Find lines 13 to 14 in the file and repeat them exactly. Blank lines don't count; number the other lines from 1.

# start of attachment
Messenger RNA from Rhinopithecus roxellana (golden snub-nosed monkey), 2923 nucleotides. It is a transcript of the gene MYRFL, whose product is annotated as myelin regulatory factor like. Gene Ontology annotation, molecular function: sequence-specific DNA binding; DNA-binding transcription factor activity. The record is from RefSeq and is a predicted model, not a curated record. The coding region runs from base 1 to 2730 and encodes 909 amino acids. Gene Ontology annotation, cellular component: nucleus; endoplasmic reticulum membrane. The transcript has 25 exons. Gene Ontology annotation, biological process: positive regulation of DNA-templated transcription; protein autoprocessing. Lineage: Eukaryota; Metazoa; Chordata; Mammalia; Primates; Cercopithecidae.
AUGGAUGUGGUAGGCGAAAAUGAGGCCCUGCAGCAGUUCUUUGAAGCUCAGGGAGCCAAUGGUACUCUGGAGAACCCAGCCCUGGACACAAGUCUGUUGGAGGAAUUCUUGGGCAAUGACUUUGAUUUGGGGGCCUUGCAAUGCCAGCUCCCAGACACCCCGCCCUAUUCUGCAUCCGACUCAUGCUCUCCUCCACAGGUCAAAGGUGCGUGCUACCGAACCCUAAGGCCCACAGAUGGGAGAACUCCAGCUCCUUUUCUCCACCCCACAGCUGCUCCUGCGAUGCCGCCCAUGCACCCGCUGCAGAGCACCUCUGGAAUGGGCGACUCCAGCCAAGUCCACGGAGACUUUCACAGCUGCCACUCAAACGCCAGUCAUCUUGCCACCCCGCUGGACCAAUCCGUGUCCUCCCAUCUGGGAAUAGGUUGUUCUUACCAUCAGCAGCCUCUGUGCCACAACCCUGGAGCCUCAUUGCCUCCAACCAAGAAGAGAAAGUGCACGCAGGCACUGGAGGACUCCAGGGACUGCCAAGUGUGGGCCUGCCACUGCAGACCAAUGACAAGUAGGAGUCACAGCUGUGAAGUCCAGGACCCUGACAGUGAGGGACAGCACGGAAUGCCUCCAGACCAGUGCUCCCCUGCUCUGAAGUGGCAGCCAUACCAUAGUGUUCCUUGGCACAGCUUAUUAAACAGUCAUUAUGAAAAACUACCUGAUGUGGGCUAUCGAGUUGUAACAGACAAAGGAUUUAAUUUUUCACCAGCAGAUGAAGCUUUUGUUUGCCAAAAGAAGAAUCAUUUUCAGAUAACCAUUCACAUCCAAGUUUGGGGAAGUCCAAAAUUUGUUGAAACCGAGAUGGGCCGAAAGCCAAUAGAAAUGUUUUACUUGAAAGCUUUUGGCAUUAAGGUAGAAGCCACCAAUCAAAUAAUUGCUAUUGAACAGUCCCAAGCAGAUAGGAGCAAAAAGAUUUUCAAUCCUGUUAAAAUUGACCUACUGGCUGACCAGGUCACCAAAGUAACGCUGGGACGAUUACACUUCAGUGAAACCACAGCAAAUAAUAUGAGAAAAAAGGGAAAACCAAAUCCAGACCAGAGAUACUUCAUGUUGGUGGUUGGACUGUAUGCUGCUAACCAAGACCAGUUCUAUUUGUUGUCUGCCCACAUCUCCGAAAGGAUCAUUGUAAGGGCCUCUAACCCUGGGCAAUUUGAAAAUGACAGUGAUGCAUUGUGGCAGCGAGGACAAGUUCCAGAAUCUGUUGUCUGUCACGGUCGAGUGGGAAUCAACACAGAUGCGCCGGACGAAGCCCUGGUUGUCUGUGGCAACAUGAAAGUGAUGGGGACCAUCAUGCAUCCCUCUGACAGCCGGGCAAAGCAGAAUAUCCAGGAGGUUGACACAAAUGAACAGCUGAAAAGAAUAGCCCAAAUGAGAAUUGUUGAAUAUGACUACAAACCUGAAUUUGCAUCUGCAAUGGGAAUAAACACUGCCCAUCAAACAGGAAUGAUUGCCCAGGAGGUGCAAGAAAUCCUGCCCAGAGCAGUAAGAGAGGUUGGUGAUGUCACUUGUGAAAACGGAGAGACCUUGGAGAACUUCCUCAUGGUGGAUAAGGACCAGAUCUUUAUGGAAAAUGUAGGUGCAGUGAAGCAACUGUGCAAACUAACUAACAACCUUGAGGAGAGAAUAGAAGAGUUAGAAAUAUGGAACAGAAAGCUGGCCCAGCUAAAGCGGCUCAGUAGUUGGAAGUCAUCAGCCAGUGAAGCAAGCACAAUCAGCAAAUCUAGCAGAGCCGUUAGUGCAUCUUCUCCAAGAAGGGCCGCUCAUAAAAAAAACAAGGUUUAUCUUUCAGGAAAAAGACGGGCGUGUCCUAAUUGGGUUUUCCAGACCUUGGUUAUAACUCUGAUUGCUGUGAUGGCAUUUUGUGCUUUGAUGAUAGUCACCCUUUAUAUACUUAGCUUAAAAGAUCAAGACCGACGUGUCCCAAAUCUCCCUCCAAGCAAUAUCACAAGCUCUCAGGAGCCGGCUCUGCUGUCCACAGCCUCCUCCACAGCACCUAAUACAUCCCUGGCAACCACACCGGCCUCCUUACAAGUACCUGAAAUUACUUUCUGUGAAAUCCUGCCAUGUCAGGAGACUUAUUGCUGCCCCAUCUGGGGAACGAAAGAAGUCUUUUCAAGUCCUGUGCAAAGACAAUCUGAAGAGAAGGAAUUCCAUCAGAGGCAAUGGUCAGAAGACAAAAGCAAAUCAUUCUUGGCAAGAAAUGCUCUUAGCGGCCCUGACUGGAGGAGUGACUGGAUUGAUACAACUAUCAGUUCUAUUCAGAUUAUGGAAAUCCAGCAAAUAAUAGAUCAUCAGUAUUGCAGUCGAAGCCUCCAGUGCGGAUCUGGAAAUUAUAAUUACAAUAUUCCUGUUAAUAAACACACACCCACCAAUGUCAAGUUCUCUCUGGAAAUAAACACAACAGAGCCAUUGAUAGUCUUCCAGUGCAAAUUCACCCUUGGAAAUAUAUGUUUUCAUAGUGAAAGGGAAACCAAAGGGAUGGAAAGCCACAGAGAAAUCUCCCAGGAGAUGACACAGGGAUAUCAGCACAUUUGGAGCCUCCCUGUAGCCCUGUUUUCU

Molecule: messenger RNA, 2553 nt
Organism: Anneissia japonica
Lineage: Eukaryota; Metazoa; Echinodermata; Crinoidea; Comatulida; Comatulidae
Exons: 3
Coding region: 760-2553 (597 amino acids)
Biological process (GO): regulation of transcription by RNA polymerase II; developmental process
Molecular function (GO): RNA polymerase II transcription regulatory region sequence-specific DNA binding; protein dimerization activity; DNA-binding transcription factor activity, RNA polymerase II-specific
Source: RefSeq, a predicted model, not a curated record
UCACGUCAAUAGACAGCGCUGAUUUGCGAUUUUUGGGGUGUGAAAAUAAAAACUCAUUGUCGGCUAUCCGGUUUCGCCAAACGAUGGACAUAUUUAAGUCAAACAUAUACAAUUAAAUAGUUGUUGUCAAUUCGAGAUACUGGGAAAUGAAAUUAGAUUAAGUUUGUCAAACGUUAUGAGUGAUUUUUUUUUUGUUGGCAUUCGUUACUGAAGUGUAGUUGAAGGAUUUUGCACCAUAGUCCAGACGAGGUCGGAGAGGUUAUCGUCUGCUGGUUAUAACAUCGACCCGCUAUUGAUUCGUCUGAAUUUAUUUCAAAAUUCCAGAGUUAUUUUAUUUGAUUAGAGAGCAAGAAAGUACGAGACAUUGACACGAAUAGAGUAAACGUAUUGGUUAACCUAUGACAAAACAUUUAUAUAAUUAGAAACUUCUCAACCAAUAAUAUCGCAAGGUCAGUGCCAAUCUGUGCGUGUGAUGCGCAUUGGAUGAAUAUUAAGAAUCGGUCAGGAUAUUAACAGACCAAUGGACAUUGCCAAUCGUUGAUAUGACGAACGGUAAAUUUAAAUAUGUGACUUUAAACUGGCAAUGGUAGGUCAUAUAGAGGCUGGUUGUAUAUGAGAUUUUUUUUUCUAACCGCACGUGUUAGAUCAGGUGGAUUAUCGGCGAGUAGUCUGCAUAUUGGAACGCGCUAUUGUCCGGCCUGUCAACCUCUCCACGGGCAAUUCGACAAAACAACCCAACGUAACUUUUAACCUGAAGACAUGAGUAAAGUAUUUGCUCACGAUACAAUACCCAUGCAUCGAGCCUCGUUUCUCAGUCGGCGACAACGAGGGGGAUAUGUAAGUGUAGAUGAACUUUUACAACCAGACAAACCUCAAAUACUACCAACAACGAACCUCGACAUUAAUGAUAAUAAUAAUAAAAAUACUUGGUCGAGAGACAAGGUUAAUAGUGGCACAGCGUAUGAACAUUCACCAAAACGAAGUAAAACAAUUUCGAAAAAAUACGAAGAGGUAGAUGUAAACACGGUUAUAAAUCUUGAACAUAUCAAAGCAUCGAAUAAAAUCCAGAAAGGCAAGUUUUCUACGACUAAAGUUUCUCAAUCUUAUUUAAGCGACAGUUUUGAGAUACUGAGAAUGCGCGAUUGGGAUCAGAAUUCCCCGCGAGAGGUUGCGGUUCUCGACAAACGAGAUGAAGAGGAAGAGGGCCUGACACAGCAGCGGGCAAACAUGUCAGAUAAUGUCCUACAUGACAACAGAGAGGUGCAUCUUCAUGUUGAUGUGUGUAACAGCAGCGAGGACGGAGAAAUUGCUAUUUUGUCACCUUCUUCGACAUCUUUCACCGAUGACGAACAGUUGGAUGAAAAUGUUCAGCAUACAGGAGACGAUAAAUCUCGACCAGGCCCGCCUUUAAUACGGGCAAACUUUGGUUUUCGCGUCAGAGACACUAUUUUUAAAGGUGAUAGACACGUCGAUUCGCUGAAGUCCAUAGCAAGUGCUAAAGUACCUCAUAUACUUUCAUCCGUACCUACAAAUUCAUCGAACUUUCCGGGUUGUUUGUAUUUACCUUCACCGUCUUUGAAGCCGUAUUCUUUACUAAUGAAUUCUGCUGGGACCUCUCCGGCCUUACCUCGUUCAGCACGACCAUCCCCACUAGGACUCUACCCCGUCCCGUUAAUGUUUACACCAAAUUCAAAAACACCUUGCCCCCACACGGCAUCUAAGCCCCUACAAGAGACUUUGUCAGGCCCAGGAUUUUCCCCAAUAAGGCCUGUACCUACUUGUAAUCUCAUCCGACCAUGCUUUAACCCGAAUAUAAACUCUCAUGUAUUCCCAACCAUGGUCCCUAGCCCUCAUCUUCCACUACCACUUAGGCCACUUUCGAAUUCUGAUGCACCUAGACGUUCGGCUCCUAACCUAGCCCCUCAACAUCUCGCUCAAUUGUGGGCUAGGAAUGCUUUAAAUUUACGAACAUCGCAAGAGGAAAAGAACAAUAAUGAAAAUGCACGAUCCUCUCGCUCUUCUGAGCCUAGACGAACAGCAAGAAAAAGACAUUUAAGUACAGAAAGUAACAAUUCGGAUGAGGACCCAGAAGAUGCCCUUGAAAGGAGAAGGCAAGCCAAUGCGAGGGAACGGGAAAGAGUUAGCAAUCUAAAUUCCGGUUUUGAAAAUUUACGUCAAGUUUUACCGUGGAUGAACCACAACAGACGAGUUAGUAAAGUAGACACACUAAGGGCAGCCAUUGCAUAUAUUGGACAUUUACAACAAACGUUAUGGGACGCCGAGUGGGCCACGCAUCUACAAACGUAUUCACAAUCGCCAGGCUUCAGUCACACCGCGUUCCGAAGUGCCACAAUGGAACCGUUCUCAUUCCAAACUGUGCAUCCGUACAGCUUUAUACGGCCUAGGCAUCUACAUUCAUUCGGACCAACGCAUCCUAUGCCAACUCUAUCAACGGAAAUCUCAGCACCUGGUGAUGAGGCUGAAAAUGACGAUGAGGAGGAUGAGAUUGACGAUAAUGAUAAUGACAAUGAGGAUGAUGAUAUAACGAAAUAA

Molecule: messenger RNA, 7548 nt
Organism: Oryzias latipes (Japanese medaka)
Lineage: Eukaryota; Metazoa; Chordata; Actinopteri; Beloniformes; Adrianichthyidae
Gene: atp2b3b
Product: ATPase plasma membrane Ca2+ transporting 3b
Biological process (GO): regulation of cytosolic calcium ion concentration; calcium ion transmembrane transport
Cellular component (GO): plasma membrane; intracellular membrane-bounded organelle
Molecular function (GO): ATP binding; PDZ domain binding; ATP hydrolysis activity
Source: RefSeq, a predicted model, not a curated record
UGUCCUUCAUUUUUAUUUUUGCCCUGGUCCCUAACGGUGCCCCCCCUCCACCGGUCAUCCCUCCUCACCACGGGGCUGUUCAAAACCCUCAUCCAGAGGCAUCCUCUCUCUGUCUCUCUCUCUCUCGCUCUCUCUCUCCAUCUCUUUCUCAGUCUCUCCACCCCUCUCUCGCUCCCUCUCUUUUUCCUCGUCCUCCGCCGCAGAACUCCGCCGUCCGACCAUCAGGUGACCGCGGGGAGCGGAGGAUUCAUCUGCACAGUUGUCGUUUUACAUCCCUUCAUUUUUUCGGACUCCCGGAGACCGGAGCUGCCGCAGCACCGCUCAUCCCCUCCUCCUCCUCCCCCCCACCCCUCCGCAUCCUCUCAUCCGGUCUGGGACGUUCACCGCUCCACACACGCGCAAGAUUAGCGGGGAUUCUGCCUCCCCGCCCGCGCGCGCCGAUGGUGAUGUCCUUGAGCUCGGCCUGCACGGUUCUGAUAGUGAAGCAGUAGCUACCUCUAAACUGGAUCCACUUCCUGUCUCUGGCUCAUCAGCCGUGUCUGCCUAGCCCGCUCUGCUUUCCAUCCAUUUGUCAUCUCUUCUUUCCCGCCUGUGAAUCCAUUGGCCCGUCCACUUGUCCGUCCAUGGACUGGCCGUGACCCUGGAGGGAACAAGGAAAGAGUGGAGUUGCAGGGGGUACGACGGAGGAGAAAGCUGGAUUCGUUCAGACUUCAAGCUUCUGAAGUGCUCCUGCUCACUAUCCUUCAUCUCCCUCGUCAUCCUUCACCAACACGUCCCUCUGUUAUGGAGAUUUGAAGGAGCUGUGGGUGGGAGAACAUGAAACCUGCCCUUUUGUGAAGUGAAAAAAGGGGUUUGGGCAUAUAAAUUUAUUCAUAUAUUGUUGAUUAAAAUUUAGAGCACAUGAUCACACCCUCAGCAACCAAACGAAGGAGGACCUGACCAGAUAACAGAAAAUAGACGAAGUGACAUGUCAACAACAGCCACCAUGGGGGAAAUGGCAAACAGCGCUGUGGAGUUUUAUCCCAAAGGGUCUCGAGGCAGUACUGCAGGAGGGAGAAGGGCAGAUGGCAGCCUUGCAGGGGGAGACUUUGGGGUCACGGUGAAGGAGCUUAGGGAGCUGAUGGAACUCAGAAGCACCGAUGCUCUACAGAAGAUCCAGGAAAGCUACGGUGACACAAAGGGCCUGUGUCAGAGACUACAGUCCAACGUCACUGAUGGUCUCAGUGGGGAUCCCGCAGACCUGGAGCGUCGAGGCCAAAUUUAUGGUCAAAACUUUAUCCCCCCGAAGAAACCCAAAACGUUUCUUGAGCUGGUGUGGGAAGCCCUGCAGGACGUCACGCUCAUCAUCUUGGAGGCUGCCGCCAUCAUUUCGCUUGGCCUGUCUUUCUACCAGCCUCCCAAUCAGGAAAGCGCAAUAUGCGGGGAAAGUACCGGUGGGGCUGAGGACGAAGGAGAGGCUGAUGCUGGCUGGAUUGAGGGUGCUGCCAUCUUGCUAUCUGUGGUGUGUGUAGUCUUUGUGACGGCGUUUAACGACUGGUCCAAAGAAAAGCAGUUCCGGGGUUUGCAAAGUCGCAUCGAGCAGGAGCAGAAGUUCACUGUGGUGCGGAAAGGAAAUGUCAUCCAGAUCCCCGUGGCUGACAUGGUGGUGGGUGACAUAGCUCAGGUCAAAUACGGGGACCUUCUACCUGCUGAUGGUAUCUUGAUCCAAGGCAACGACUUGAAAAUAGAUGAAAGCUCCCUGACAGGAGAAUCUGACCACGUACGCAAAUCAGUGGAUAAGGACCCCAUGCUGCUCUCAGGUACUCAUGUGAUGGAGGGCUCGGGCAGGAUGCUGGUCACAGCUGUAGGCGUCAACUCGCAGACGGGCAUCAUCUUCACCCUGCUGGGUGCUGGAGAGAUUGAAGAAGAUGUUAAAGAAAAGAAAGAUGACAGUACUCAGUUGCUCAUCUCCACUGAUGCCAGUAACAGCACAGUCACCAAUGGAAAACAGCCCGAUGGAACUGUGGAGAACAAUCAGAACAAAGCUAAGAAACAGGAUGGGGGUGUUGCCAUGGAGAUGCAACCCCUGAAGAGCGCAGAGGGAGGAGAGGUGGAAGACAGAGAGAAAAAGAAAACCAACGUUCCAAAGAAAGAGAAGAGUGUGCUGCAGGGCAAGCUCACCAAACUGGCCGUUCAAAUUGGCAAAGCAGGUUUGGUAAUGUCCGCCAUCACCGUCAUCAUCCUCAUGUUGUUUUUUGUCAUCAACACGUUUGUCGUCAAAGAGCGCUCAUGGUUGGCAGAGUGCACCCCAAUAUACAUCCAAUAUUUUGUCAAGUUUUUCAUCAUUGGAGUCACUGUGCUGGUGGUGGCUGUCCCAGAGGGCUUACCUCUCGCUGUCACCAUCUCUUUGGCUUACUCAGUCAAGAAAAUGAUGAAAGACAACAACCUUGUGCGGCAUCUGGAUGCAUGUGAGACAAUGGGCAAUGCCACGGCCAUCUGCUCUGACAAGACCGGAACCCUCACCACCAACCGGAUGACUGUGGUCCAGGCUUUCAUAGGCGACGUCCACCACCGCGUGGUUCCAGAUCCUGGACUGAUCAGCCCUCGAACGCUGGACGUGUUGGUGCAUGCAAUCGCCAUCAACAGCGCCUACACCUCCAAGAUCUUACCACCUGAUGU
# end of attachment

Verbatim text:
Organism: Oryzias latipes (Japanese medaka)
Lineage: Eukaryota; Metazoa; Chordata; Actinopteri; Beloniformes; Adrianichthyidae